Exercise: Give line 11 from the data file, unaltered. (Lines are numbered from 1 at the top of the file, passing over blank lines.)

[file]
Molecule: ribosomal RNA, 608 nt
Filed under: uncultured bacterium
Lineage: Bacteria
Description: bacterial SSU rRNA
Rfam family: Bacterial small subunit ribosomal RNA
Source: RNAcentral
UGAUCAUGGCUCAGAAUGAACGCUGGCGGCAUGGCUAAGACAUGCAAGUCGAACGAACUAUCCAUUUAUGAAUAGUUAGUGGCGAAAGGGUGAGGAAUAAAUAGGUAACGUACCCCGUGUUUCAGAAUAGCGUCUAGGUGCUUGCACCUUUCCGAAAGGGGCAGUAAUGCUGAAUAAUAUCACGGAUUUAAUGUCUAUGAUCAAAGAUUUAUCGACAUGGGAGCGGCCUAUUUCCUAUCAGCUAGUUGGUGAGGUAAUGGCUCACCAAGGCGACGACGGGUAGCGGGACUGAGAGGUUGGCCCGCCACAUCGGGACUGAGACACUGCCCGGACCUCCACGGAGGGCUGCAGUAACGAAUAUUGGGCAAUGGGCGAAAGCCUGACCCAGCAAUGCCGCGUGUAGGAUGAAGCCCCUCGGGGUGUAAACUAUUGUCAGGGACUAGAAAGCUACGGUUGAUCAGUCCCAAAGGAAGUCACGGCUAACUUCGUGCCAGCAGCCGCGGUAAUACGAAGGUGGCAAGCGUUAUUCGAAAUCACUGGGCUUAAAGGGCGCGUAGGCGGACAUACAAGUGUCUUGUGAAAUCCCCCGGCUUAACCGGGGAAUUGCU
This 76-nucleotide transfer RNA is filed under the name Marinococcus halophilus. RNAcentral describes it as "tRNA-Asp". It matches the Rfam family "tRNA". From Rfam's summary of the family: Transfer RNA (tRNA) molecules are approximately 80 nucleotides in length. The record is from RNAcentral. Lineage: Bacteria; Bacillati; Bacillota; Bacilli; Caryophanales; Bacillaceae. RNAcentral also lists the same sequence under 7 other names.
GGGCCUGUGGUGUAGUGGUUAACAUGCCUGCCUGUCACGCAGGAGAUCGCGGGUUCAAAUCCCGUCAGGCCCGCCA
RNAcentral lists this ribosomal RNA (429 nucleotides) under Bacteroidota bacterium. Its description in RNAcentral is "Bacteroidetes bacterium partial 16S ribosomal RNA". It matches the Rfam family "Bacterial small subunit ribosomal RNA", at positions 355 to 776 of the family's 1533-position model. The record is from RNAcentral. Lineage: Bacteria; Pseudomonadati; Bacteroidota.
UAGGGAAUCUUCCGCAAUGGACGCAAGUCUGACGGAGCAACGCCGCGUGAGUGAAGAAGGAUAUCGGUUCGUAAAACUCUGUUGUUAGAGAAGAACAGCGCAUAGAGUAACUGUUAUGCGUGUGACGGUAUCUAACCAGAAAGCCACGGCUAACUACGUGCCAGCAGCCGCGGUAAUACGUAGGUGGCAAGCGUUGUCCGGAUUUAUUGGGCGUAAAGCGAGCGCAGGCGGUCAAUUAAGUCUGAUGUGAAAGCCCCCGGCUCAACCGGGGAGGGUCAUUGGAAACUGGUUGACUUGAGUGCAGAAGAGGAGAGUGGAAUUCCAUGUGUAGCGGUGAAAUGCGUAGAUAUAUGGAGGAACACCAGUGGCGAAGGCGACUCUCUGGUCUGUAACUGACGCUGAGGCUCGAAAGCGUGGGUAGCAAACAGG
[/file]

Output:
UAGGGAAUCUUCCGCAAUGGACGCAAGUCUGACGGAGCAACGCCGCGUGAGUGAAGAAGGAUAUCGGUUCGUAAAACUCUGUUGUUAGAGAAGAACAGCGCAUAGAGUAACUGUUAUGCGUGUGACGGUAUCUAACCAGAAAGCCACGGCUAACUACGUGCCAGCAGCCGCGGUAAUACGUAGGUGGCAAGCGUUGUCCGGAUUUAUUGGGCGUAAAGCGAGCGCAGGCGGUCAAUUAAGUCUGAUGUGAAAGCCCCCGGCUCAACCGGGGAGGGUCAUUGGAAACUGGUUGACUUGAGUGCAGAAGAGGAGAGUGGAAUUCCAUGUGUAGCGGUGAAAUGCGUAGAUAUAUGGAGGAACACCAGUGGCGAAGGCGACUCUCUGGUCUGUAACUGACGCUGAGGCUCGAAAGCGUGGGUAGCAAACAGG